“Grandma Anna, I would love to introduce you to my favorite brew—a latte with espresso coffee, steamed skim milk, and a shot of vanilla, extra hot. Maybe you’d enjoy a cappuccino, a mocha, or an espresso. I haven’t found a sugar cube in any of my favorite coffee houses, but you probably will not miss it.”

As a writer, I enjoy getting out of the house with my laptop computer, away from daily distractions, to work at a coffee house. But I still feel the need for coffee talk. My husband and I often enjoy time together over a cup of coffee. We enjoy experimenting at home with new flavors, and a cup of coffee after dinner has become our ritual. Included in our ritual are coffee cups brought back from Sweden where we visited the places our grandparents called home.

“Even though I’m a fan of the twenty-first century coffee houses, Grandma Anna, I miss our kitchen table kaffe kalas. I enjoy many kinds of coffee, but I’ve never found anything that comes close to your Swedish egg coffee, and the memories of our coffee talk around the kitchen table. I no longer understand much Swedish, but you gave me the lasting gift of hospitality and a passion for coffee. For that, I give you and your friends tusen tack—a thousand thanks.”

Sharon Kingan Young © 2007 from Chicken Soup for the Coffee Lover’s Soul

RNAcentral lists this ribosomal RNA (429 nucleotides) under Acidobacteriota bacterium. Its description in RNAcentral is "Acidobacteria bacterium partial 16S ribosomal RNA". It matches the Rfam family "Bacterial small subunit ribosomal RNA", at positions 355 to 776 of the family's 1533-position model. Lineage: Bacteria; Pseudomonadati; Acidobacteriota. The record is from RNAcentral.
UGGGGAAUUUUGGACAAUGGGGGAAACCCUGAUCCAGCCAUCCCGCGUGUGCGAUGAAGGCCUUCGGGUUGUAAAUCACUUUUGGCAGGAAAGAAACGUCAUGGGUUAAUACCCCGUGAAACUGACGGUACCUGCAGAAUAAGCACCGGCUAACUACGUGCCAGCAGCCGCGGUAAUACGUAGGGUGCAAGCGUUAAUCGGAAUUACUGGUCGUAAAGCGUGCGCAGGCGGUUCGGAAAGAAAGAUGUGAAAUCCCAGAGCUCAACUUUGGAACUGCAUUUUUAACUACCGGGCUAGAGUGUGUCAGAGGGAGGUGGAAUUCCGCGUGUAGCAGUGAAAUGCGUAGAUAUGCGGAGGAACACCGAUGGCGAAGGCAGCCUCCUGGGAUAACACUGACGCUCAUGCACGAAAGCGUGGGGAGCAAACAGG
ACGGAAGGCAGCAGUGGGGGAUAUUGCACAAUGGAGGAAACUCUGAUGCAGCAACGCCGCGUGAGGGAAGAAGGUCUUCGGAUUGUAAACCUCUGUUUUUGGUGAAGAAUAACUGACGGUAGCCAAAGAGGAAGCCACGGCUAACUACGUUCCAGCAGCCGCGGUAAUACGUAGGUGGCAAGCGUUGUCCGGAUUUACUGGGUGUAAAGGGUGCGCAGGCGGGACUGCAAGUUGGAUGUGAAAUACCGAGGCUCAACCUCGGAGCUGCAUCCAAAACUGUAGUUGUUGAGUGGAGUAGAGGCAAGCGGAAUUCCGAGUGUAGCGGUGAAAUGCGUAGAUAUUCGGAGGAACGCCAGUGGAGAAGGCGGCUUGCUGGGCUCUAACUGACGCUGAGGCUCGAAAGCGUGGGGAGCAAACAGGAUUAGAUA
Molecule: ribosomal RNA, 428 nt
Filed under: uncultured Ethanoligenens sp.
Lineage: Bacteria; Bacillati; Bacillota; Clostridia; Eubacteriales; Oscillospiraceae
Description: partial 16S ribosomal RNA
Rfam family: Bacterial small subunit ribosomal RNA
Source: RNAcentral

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Jerry's Haven N Tell Easter Special

Greetings From The Heart Easter Special

Easter

How To Decorate Easter Eggs

Real Age

Craft Patterns

Free Christian Bookmarks

All I Need to Know About Life I Learned from the Easter Bunny


Don't put all of your eggs in one basket.

Walk softly and carry a big carrot.

Everyone needs a friend who is all ears.

There's no such thing as too much candy.

All work and no play can make you a basket case.

Everyone is entitled to a bad hare day.

Let happy thoughts multiply like rabbits.

Some body parts should be floppy.

Keep your paws off other people's jellybeans.

The grass is always greener in someone else's basket.

An Easter bonnet can tame even the wildest hare.

To show your true colors you have to come out of your shell.

The best things in life are still sweet and gooey!

 

A Plus Carrot Cake

INGREDIENTS

  • 2 cups all-purpose flour
  • 2 teaspoons baking powder
  • 1 teaspoon baking soda
  • 1/2 teaspoon salt
  • 1 teaspoon ground cinnamon
  • 1/2 teaspoon ground nutmeg
  • 1/2 teaspoon allspice
  • 4 eggs
  • 2 cups white sugar
  • 2 teaspoons vanilla extract
  • 1 1/4 cups vegetable oil
  • 2 cups grated carrots
  • 1 (20 ounce) can crushed pineapple, drained
  • 1/2 cup sweetened flaked coconut
  • 1 cup chopped walnuts
  • 1 cup raisins

DIRECTIONS

  1. Preheat the oven to 350 degrees F (175 degrees C). Coat a 10x15x2 inch baking dish or 10 inch Bundt pan with cooking spray.
  2. In a medium bowl, stir together the flour, baking powder, baking soda, salt, cinnamon and nutmeg. Set aside. In a separate larger bowl, mix together the eggs, sugar and vanilla by hand. Stir in the oil; the mixture should resemble pudding. Gradually stir in the dry ingredients, then fold in the carrots, pineapple coconut, walnuts and raisins. Pour the batter into the prepared pan, and spread evenly.
  3. Bake for 55 to 60 minutes in the preheated oven, or until a small knife inserted into the cake comes out clean.

Note

Feel free to omit the coconut, walnuts, or raisins as your taste buds suit you. However, getting rid of the pineapple will take away from the moisture of the cake.